finals will be played, the finals to be
played later in the week. The ladies' sin
gles will commence Wednesday, to be fol
lowed by the mixed doubles and associ
ation doubles, in which there are at present
three strong teams entered with an assur
ance of more before the entries close.
HOT EX DEFEATED ZAJtSED.
Completion of the Tennis Championship
Game at Men-part.
NEWPORT, R. 1., Aug. 26. -The finals
for the all-comers' trophy and the tennis
championship attracted an immense
crowd of spectators to the Casino i this
morning. Hovey and Lamed were the
two men who : had successfully run the
gauntlet of the ' week's play and came to
the final struggle, the former winning by
the score of 6—l, 9—7, 6—4. /
Soon after the conclusion of the match
Wrenn, the champion, went out with Neel
for his daily practice, but only a few out of
the large crowd remained to watch his
The Duke of Maryborough, with Mrs.
Alva Vanderbilt, Miss Consuela and a
small party, came in during the latter
part of the match. Summary :
1 Tennis finals — Hovey beat Lamed, ' 6—l,
Consolation, third round— E. C. Sands beat
Stille. 4-6, 6—o, 6—3.
G. H. Wrenn Jr. beat Tete, 6— 2, 6— 2.
Cushman beat W. A. Jones, 6—2, 6—2.
Fourth Cushman beat C. H. Wrenn
Jr.. I—6, B— 6, — i. C. E. Sands beat Jen
nings, 5—7, 6— 7— 5; .Iv""/:"
Hovey will meet Wrenn to-morrow.
On the Ball Field. ,7
BROOKLYN, N. V., . Aug.' 26.— Brooklyns 7,
11.0. Louißvilles 2, 7, 6. Batteries—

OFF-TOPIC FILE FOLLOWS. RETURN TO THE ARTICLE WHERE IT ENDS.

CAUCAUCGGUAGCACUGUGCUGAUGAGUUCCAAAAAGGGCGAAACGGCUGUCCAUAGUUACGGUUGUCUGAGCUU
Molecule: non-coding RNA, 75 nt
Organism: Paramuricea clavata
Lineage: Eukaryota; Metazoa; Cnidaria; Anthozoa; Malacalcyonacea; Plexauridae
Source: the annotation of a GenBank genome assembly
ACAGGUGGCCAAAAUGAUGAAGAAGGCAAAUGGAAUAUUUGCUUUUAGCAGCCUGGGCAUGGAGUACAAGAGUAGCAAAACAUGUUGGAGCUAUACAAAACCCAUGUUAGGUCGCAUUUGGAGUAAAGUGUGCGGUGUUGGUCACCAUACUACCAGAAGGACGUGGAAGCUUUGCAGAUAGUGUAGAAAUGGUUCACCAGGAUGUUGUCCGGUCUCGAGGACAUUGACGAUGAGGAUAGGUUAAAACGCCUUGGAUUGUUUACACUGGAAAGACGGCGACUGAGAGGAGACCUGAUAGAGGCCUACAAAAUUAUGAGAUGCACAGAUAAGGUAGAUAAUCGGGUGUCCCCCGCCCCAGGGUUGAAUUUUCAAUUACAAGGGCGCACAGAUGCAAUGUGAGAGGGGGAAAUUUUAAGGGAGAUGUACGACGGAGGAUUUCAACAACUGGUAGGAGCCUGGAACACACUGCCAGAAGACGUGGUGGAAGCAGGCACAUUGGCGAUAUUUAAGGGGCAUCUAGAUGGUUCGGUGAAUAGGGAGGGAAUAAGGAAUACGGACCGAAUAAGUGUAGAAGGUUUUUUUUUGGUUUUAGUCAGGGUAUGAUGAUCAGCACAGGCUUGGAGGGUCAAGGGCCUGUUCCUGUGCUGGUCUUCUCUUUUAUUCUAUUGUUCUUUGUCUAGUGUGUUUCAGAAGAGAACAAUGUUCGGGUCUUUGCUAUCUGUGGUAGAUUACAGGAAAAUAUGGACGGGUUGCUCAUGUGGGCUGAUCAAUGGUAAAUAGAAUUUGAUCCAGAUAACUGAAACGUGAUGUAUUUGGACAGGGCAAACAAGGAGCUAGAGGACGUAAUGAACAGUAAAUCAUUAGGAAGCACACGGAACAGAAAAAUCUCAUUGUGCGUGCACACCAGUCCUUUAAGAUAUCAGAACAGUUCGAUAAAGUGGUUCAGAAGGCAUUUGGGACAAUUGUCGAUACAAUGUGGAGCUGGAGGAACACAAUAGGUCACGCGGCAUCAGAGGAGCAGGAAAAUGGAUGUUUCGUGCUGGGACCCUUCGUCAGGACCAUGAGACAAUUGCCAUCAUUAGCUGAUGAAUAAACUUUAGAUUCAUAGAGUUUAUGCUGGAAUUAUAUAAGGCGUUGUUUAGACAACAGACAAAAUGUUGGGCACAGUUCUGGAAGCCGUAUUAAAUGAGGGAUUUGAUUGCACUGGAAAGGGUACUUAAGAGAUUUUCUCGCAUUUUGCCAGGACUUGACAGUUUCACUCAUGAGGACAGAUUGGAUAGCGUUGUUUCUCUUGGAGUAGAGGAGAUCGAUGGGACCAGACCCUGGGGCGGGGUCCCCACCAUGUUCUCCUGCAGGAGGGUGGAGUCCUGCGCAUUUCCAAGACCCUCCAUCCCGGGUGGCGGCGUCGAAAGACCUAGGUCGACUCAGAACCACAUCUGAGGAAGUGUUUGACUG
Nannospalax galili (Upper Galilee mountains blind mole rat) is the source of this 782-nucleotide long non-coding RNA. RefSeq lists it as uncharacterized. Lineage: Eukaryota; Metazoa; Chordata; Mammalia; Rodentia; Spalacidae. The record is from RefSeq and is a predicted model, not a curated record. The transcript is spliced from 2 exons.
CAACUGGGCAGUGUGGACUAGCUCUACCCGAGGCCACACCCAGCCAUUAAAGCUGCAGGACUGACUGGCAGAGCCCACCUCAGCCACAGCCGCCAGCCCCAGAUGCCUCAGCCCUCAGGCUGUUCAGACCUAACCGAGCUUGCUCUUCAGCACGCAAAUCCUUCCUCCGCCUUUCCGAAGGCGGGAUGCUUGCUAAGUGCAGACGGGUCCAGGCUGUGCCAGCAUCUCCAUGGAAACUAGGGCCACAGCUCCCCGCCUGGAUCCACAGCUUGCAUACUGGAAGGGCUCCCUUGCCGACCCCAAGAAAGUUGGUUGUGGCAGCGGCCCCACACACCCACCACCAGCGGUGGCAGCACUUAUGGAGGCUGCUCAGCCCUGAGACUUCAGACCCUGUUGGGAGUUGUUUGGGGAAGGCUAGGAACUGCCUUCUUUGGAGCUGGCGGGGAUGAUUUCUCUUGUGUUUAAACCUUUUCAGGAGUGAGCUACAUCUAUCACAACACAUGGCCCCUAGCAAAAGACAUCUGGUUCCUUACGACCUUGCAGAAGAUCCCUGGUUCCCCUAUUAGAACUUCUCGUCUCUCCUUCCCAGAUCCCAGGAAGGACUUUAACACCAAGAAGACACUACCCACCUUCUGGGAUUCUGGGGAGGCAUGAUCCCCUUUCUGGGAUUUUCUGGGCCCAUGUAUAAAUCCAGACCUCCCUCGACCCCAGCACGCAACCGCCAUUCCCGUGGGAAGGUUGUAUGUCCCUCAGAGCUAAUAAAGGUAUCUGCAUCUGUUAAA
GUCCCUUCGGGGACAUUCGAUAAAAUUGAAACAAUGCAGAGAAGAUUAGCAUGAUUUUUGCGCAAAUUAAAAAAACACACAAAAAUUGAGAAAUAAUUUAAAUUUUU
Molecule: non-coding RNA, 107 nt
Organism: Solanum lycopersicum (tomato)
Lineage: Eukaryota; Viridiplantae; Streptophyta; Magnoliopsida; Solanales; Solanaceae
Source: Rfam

and Dailey, Weyhing and Warner. Umpire—
BOSTON, Mass.. Aug. 26.— Bostons 3, 6, 0.
Pittsburss 2, 8, 2. Batteries— and
Ganzel, Hawley and Merritt. Umpire— Me-
Donald. - *. ■•■
PHILADELPHIA, Pa., Aug. 26.—Phil*
delphias 6, 12, 2. Clevelands 1, 8, 7. Bat
teries—Taylor and Clements, Young ana
O'Connor. Umpire — Emslie. '
NEW YORK, N. V., Aug. 26.— New Yorks 9,
10, 4. St. Louis 5, 13, 6. Batteries— Clarke and
Farrell, Breitenstein # and Peitz. Umpire—
BALTIMORE, Mb., Aug. 26.— Baltimores 9,
16. 1. Cincinnatis 12, 16, 1. Batteries—Hem
ming, Clarkson and Clark;. Rhines and
Vaughn. Umpires— O'Day and Burnham.
WASHINGTON, D. C, Aug. 26.— Washingtons
9, 14, 4. Chicagos 9, 14, 0. Called on account
or darkness. Batteries— Mercer and McGuire,
Griffith and Kittredge. Umpire— Keefe.
Flay of Chess Masters.
HASTINGS, Ekg., Atig. 26.— Th<S six
teenth round of the International Chess
Masters' tournament was played at Brassy
Institute to-day. Following are the results
up to op. M. : Gunsberg ' beat Mason in a
Scotch game after 34 moves. : Steinitz beat
Albin in a PQ4 opening after ;24 moves.
Tin9ley beat Bardeleben in a queen's gam
bit, declined, after 22 moves. Tschigorin
beat Vereani in a G. Guioco piano after 36
moves. Marco and Schlecher drew a Pet
roff after 20 moves.
. ■ : '-, Harlem Track Closed.
CHICAGO, 111., Aug. 26.— The Harlem
racetrack was closed | to-day. The track
officials are in consultation with their at
torneys regarding a new plan for betting
and it is believed if the scheme can be
made to work, the track will reopen.
FAST TIME AT WOODLAND.
Pathmant Lowered the Year's
Record In the 2:16
Took Two Heats Out of Three
From Chehalis, the Second
In 2..09 K.
WOODLAND, Cal., Aug. 26.— The fea
ture of the day's racing at the fourth an
nual fair of the Fortieth Agricultural Dis
trict Association was the 2:16 class pacing,
all ages. The race was not finished to
day, but Chehalis, the Oregon wonder, lost
the first two Heats to Pathmont, who
made the second heat in 2 :09%, the fastest
time made on the coast this season.
The lirst event was a running race, live
and a quarter furlongs. The entries were
Quarterstaff, Rob Roy, Hyman, Lady Jane
and Nellie G. Lady Jane won in 1 :Q9)i,
with Rob Roy second and Hyman third.
The next event was a 2;30-class trotting
race. Seven heats were trotted before this
race could be decided, and then Bonnie
Ben. a 20 to 1 shot, came under the wire
first. Lady ThornhiJl won the first two
heats, Native State the next two and
Bonnie Ben captured the last three. Then